YOU ARE HERE: LAT HomeCollections


It's All in the Legs for Bryant

October 26, 2003|Tim Brown | Times Staff Writer

Kobe Bryant wore a sleeveless shirt off the bus Friday night, so perhaps he is beginning to feel better about a body that deflated on him over a sedentary summer.

Two exhibition games into his comeback from knee surgery, however, it is clear to the Lakers that Bryant wasn't exaggerating when he said he hadn't worked out after his early-summer surgeries. He tired quickly against the Sacramento Kings in Las Vegas and has three days to recover for the regular-season opener against the Dallas Mavericks, which should be an end-to-end affair.

He also has three days to decide just how much game he'll take into November and what that should mean to his shot-to-pass ratio, as Karl Malone, Gary Payton, Shaquille O'Neal and whoever starts at small forward are well ahead of him physically.

Attempting to play himself back after four months off, Bryant forced his shot through the weekend, understandable given his need to catch up. O'Neal said Friday night that it should end there, however, at least until his knee is healed.

"He's going to have to take his time," he said. "If he is going to be on the court, he has to make sure everybody else is involved and not really try to do too much until he's ready. But we're going to be fine."

O'Neal added, "I think he has a lot of help out there. When he has a lot of help he should use them. While he's playing like he's playing, he should probably look to be more of a passer until he gets his legs strong. When he gets his legs strong, he can do what he does.

"The ball just has to keep moving and everyone just has to play in the offense."

One of the hardest workers in the game before being charged in July with felony sexual assault, Bryant insisted he would reach his former standards with workouts above and beyond the regular team practices. Many players find it difficult to simply maintain weight and strength during the regular season, when travel, games, practices and other demands leave them desiring another hour of sleep, not another rep.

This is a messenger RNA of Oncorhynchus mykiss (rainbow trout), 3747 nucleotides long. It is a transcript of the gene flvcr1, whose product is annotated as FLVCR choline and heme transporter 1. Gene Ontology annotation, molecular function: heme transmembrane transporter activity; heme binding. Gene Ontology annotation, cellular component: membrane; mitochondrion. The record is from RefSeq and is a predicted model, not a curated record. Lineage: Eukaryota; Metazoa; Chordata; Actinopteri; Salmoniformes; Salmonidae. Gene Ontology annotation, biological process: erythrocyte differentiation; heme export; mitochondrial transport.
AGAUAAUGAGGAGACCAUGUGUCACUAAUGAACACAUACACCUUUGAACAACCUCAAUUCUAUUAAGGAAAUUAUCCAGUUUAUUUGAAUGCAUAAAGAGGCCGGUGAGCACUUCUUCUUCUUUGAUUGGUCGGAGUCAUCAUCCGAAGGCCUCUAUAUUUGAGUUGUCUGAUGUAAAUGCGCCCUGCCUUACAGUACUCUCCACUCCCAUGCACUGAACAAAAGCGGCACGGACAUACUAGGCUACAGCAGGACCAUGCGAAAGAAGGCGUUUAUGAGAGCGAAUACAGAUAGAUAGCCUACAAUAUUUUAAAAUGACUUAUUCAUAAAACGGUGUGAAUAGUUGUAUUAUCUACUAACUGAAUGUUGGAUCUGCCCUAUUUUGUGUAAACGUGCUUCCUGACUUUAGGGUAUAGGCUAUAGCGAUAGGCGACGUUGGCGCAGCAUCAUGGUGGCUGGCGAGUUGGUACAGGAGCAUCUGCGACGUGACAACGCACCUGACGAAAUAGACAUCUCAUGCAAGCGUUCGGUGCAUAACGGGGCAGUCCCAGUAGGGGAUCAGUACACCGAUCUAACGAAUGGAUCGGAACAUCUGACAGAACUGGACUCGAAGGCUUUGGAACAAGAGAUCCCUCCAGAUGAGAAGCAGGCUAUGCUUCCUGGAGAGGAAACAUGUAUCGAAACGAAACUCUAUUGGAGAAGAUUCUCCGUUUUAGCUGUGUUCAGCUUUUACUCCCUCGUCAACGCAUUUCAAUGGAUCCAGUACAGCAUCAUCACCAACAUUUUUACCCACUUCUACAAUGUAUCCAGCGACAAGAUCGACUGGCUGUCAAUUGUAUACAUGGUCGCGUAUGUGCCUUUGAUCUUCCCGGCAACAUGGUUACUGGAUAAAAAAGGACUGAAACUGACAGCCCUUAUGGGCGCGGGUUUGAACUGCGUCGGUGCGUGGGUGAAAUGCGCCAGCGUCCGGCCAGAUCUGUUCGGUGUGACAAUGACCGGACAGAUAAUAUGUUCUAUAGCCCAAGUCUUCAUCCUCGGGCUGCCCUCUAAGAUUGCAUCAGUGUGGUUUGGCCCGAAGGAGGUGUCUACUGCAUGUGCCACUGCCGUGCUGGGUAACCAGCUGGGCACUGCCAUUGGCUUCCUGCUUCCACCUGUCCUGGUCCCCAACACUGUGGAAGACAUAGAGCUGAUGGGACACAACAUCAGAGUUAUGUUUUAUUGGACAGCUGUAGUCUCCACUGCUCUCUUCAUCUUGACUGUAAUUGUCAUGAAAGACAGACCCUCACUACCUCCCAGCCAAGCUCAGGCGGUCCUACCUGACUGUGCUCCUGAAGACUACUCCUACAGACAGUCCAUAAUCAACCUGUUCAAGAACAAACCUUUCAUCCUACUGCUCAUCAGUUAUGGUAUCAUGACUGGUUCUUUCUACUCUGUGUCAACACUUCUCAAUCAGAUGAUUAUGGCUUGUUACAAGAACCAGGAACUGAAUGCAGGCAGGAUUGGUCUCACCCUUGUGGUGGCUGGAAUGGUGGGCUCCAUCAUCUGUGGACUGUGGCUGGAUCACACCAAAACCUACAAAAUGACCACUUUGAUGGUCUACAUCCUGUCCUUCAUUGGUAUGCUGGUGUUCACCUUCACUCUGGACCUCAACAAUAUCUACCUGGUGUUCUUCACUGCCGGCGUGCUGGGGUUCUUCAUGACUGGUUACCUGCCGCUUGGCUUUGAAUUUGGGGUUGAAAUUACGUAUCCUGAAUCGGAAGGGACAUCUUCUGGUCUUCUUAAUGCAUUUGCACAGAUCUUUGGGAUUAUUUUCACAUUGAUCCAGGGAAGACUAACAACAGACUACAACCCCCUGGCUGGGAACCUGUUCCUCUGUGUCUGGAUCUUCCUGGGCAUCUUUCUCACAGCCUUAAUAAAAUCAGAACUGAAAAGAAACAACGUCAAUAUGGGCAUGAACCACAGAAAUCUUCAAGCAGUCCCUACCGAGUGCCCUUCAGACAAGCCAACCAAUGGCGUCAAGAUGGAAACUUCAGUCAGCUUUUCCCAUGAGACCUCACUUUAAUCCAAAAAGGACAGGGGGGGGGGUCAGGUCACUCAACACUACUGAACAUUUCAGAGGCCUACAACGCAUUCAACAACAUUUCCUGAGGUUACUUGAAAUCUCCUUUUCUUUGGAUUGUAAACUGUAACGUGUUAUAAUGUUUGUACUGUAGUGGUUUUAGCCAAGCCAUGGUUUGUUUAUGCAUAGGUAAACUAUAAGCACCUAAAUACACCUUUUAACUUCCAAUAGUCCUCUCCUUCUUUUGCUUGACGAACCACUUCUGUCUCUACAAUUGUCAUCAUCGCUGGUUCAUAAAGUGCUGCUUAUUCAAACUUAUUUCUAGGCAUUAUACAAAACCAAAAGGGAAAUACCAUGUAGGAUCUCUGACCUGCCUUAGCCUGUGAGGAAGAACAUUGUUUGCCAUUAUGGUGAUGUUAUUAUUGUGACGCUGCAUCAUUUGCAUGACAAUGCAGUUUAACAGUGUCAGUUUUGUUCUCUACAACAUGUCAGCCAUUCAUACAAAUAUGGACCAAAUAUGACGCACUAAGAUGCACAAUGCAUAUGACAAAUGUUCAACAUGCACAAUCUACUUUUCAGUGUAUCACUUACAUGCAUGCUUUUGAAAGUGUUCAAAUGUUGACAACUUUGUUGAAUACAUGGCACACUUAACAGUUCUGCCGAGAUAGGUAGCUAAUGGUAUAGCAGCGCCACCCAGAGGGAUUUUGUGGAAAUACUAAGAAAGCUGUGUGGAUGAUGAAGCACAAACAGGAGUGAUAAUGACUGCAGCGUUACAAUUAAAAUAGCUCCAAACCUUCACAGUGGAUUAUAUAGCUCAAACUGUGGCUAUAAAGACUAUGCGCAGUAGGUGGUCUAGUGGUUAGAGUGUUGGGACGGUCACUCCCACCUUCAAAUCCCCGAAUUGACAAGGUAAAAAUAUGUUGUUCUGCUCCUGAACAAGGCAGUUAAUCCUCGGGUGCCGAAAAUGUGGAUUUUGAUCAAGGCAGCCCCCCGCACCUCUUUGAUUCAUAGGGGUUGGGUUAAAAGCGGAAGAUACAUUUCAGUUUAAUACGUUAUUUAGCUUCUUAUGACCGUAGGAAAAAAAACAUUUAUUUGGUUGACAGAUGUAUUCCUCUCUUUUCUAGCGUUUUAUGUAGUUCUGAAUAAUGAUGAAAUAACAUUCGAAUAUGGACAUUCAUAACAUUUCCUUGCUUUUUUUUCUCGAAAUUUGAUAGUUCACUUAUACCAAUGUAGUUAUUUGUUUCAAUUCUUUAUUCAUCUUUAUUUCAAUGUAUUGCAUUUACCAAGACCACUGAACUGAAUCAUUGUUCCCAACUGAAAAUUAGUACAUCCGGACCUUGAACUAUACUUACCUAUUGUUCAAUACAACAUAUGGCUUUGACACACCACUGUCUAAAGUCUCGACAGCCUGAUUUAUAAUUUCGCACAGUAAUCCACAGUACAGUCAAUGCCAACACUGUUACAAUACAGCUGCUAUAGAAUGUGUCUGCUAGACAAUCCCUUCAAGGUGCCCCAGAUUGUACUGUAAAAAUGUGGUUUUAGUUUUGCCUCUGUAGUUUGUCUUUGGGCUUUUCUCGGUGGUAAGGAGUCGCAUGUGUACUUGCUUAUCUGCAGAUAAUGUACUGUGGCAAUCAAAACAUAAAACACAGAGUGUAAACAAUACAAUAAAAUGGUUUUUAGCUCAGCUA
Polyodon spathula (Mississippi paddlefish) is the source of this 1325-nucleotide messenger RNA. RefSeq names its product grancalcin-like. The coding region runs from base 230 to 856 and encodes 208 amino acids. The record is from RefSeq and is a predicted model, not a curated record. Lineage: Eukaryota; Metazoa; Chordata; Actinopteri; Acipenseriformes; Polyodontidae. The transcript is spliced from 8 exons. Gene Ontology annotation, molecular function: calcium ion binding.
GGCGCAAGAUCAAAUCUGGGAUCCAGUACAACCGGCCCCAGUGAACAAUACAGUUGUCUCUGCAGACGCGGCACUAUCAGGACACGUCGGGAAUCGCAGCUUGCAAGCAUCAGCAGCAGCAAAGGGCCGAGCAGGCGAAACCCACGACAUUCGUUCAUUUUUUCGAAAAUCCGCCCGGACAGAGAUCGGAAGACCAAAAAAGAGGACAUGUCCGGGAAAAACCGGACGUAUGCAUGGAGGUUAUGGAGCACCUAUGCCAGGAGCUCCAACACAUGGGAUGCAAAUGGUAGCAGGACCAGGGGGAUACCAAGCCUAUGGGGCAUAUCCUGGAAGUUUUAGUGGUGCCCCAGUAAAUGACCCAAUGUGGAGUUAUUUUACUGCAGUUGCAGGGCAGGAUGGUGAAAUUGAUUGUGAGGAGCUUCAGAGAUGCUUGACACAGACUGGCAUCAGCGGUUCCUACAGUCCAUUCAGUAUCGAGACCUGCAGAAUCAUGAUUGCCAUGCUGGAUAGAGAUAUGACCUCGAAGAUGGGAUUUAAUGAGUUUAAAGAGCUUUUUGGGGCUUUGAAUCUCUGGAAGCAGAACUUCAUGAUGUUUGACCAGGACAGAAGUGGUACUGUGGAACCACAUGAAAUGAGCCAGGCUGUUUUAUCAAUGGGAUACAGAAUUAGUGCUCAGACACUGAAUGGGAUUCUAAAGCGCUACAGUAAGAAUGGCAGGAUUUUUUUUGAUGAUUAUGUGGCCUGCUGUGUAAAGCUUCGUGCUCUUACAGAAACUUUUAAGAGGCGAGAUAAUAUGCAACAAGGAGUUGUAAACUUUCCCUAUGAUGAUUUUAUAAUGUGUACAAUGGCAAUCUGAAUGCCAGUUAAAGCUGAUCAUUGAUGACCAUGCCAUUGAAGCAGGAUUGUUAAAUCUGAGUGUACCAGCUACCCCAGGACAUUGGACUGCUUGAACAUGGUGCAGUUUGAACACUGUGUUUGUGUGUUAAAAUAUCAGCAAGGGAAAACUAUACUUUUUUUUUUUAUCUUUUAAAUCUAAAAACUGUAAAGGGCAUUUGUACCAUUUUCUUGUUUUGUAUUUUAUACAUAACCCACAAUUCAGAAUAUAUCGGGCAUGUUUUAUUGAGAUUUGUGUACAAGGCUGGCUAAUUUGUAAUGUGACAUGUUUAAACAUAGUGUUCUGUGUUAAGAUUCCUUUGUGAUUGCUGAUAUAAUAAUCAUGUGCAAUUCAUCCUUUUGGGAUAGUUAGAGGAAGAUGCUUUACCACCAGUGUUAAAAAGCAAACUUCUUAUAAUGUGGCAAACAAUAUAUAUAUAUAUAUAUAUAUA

"I'll get to the point where my legs are in better condition," Bryant said. "I'm not going to be lagging out there for too much longer. My legs will get in better and better condition. It won't be to the point where I was last year, but it will be better. My shots won't be short. Last year, I was just at a really, really high level. It'll just take some time to get there.

"I was buff. I was like a mini-Karl. It'll just take some time. As long as I have my strength there, I'm good. Upper body strength, to me, doesn't mean as much as my lower body. I get my legs right, get them strong where they need to be, where they can carry me, I'll be fine."

He insisted he'd be there by the end of December, which would suggest he'd defer to other players in the offense in the meantime. The good news for the Lakers: Bryant's shoulder and knee are giving him no pain.

"He's kind of frustrated because he can't do the things he's done before, because of his knee," Payton said. "He's got to let it come gradually. I've tried to tell him not to try to do too much."


Phil Jackson, himself suffering from gout, gave his players Saturday off. They'll practice today and Monday.

Los Angeles Times Articles